Character encoding represents a repertoire of characters , which is used in both computation, data storage, and the transmission of textual data At PleaseTech we use a universal coding (UTF-8) that handles letters from all alphabets.  Lots of our customers require documents to be reviewed not only by many people internal to an organisation, but also people externally who may work in different countries.  Encoding means that as a document passes between computers in different countries whose first languages may be different (French, Spanish etc.), the document doesn’t become corrupted.

What regular expression means to me, and what it means to our developers are two different things… To our techies, regular expression is a sequence of characters that forms a (potentially complex) search pattern.  This supports the new context-based review feature of PleaseReview v5.1, which allows reviewers to search for a word or phrase within a document to ensure that e.g. lower or upper case is being used correctly, or that a word or phrase is being used in its correct context.

Of course, there are lots other new benefits that can be found within PleaseReview v5.1, which is rolling out as we speak, and was talked about by Dave earlier in the year right here on this blog.  To find out more or to experience a little bit of the magic for yourself, please get in touch.  

Introducing PleaseReview v5.1

Posted by David Cornwell on 2. April 2014 09:34

Founder/CEO of PleaseTech Ltd - collaborative document review and co-authoring for the enterprise.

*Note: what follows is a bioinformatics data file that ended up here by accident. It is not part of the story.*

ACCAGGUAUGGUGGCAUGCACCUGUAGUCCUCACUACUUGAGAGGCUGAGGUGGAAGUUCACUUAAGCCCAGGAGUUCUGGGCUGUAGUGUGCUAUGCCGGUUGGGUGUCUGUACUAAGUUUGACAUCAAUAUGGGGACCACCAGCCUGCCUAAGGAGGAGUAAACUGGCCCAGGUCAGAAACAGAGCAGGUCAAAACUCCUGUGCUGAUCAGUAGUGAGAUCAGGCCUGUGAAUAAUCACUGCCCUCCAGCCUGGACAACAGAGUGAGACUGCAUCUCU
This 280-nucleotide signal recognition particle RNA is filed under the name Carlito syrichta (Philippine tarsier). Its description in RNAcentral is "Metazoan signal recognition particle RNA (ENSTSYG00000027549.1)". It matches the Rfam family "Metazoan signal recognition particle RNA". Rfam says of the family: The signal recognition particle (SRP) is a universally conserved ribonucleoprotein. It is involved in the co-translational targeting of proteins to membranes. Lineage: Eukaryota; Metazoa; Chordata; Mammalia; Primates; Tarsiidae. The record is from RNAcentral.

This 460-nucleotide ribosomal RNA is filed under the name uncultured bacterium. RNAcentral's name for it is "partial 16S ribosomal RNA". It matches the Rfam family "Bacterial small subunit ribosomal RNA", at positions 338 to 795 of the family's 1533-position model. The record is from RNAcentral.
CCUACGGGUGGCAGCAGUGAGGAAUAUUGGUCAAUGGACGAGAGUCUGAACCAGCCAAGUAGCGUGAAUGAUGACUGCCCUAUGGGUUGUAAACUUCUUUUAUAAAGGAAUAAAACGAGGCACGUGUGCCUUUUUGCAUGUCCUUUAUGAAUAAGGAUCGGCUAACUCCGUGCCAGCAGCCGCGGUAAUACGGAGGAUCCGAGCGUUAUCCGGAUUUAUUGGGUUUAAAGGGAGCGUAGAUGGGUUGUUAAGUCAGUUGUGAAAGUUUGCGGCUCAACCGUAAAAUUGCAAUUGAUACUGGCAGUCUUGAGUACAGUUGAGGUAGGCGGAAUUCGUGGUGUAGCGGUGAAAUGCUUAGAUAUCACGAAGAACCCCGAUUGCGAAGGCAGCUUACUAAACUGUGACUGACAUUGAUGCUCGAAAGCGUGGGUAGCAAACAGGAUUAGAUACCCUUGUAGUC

April already. They say that ‘time flies when you're having fun’. I can tell you that it certainly flies when you are trying to get a software release out.

The testing of PleaseReview v5.1 is now well under way and, assuming no major issues are identified, we expect a release date towards the end of May. We never release until we are sure it’s a quality product and our testing is complete. There is testing of the new functionality, regression testing and installation and upgrade testing and, of course, all documentation and other support material to prepare. There are so many elements in the mix.

So what will PleaseReview v5.1 contain? Well, as always, the thinking behind the release is to:

·         Continue the ‘beyond review’ strategy;

·         Facilitate enterprise rollout with enterprise enhancements;

·         Address new client requirements;

·         Keep up with the changing environment.

The ‘beyond review’ strategy’s intention is to consolidate our thought and technology leadership by adding value to the review process.

So, what does PleaseReview v5.1 include?

Sub-review and parallel reviews